8 September 1995 Ultralightweight low-temperature fused Zerodur mirror
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The performance and utility of optical systems can be significantly improved by using lightweight stable mirror components. Such components have been incorporated into a mirror assembly through a process that utilizes low temperature fusion to bond low CTE faceplates onto a lightweight core structure. The core structure is fabricated using an abrasive waterjet cutting technique that enables the designer to optimize core geometry to enhance the structural performance of the blank. The faceplates are bonded to the lightweight core resulting in a stiff structural mirror. A 15.125 inch Zerodur mirror was fabricated using this unique process and subjected to a test program to measure the optical stability of the mirror in support of either space-based applications. Strength testing was performed to verify the integrity of the fused joints and determine appropriate design allowable stress. A thermal test program was designed to assess performance at various temperature extremes and a mechanical load test was run to verify the capability of the blank to withstand operational loads without degrading the optical surface. The surface figure of the part was measured before, during, and after a 200 degree F temperature cycle with no change in figure quality. In addition, the mirror was subjected to a 10 g load for ten minutes with no change in the figure quality.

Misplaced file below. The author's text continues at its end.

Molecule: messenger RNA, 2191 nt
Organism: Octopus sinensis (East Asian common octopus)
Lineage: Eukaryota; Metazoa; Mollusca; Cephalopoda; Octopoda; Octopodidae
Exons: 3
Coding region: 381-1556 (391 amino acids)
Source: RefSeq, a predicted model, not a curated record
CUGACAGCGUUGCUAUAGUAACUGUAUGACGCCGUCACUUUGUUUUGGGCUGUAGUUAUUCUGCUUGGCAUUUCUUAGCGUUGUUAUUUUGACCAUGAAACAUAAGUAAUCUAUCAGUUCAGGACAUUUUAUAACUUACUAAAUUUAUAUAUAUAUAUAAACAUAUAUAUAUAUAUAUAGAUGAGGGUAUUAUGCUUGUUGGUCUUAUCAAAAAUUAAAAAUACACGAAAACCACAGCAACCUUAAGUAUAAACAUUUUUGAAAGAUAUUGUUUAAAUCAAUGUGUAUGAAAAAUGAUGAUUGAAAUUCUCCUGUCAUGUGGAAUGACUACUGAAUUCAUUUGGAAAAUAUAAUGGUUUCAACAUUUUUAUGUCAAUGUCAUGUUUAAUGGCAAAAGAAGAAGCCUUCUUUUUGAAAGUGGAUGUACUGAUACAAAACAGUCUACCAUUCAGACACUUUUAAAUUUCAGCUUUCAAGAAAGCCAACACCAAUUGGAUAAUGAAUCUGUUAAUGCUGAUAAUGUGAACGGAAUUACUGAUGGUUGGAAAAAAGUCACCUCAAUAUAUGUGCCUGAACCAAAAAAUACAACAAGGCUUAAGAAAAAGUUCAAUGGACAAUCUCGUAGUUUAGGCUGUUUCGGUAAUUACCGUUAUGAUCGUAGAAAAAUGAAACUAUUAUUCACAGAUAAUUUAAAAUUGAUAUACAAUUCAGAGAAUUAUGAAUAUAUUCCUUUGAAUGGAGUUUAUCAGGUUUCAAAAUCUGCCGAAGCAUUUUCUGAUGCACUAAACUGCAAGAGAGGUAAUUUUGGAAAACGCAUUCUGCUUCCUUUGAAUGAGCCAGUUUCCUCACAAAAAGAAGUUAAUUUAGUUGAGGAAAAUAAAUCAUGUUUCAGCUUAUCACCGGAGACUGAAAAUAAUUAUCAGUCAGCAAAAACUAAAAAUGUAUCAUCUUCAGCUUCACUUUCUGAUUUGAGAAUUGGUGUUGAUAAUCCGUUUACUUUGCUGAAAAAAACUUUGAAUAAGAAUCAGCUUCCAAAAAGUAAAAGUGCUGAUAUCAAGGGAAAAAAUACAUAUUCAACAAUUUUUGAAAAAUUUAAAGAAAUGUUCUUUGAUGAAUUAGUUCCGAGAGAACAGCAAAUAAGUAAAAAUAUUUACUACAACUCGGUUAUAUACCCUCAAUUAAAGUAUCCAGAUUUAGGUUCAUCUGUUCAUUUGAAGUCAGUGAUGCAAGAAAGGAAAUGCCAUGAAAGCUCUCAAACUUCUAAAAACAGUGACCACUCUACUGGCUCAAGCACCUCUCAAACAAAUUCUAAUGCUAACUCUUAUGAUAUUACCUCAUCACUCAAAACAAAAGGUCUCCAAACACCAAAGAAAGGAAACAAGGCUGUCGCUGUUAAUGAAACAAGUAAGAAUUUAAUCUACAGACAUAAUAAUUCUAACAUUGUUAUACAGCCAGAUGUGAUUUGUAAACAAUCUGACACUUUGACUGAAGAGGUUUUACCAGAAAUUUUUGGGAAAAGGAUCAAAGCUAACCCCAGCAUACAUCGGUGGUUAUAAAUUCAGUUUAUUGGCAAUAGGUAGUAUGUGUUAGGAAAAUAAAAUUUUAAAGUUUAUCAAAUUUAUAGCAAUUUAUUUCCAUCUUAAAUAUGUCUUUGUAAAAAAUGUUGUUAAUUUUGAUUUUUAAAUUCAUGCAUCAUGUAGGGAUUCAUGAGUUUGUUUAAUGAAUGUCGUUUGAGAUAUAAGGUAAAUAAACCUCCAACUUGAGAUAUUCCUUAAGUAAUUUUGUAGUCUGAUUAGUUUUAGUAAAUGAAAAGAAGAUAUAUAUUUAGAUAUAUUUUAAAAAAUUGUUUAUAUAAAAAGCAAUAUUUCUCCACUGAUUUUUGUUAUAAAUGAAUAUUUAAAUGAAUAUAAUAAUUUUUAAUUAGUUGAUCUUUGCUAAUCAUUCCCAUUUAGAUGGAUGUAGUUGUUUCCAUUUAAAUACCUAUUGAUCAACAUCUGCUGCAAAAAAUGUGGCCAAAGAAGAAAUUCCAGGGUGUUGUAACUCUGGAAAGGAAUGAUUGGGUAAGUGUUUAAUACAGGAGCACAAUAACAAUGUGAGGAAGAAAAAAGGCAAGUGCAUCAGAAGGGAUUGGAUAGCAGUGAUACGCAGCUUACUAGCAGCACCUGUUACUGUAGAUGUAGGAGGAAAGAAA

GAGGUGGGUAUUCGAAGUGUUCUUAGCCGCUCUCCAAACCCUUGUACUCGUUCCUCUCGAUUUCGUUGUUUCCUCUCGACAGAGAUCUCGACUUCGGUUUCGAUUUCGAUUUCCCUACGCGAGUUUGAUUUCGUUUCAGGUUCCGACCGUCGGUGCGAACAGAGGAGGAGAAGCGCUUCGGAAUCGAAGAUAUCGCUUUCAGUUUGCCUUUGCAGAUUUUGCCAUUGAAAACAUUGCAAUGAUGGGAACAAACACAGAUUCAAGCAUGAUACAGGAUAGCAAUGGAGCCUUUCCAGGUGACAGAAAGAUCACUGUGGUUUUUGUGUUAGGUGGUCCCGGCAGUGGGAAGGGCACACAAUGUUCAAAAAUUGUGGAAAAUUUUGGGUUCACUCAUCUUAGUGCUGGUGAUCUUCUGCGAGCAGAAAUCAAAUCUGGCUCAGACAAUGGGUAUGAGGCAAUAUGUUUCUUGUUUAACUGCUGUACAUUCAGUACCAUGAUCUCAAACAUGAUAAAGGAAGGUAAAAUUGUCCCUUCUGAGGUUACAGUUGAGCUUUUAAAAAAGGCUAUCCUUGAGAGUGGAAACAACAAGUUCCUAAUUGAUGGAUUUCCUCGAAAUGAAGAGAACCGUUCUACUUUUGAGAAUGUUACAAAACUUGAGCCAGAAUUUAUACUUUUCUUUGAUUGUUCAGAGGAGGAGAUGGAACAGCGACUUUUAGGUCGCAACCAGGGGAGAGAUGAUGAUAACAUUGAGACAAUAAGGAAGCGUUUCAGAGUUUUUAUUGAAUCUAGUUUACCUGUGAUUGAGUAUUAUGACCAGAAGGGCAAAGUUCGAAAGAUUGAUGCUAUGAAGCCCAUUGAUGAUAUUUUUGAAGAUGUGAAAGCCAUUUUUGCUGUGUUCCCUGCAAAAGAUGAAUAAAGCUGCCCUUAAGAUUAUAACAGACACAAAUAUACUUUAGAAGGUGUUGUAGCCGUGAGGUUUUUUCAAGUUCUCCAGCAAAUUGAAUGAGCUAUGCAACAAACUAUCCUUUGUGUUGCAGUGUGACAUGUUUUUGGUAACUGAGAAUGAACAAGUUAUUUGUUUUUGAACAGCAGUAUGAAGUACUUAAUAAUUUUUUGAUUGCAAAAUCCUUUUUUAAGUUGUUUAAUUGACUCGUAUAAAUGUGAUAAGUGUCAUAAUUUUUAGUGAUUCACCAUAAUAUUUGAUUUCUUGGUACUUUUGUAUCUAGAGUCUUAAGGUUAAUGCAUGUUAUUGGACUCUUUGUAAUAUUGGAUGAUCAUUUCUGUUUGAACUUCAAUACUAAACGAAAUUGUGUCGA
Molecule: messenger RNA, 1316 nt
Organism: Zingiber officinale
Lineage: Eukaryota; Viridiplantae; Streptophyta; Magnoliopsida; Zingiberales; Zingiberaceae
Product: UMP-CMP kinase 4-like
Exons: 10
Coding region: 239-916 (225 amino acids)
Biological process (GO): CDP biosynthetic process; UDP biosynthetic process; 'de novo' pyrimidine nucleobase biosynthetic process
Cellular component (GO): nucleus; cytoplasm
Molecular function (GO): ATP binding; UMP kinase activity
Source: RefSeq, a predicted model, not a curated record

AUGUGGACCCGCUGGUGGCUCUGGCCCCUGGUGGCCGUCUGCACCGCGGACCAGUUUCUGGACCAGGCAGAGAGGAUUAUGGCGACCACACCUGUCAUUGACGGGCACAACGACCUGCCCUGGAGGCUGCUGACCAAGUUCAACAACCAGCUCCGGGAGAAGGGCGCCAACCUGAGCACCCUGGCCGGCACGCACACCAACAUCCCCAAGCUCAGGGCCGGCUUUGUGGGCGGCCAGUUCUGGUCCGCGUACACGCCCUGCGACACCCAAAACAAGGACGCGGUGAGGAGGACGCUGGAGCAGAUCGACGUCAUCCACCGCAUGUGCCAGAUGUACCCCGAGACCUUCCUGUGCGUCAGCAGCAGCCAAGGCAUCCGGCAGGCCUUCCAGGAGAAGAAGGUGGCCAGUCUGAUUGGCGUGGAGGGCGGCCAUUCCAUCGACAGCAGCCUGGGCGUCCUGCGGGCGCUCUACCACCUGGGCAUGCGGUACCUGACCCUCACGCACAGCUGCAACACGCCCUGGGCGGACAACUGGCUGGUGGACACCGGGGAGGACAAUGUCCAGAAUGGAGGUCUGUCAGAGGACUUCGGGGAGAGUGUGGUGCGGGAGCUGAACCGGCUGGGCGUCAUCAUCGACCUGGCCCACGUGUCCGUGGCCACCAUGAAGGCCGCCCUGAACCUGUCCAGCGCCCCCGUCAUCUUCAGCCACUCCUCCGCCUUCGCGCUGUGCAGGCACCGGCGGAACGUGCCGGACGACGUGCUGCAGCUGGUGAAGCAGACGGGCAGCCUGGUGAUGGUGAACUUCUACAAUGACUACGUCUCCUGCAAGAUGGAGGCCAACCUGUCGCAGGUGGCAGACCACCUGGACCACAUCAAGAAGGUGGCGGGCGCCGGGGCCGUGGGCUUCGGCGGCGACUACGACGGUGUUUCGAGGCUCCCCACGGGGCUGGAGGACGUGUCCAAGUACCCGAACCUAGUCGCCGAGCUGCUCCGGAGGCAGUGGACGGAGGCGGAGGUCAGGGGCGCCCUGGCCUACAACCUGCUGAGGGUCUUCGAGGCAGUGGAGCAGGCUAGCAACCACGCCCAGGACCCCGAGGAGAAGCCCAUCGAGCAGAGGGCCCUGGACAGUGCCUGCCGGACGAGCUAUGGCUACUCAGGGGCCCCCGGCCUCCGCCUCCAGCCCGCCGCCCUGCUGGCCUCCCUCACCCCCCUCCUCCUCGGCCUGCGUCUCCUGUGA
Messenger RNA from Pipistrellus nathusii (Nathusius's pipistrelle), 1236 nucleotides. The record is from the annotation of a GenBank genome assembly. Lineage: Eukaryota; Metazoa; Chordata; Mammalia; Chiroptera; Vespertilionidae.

© (1995) COPYRIGHT Society of Photo-Optical Instrumentation Engineers (SPIE). Downloading of the abstract is permitted for personal use only.
Jennifer Miller, Jennifer Miller, David Arthur Crowe, David Arthur Crowe, Patrick Clark, Patrick Clark, Alexander J. Marker, Alexander J. Marker, } "Ultralightweight low-temperature fused Zerodur mirror", Proc. SPIE 2536, Optical Manufacturing and Testing, (8 September 1995); doi: 10.1117/12.218447; https://doi.org/10.1117/12.218447


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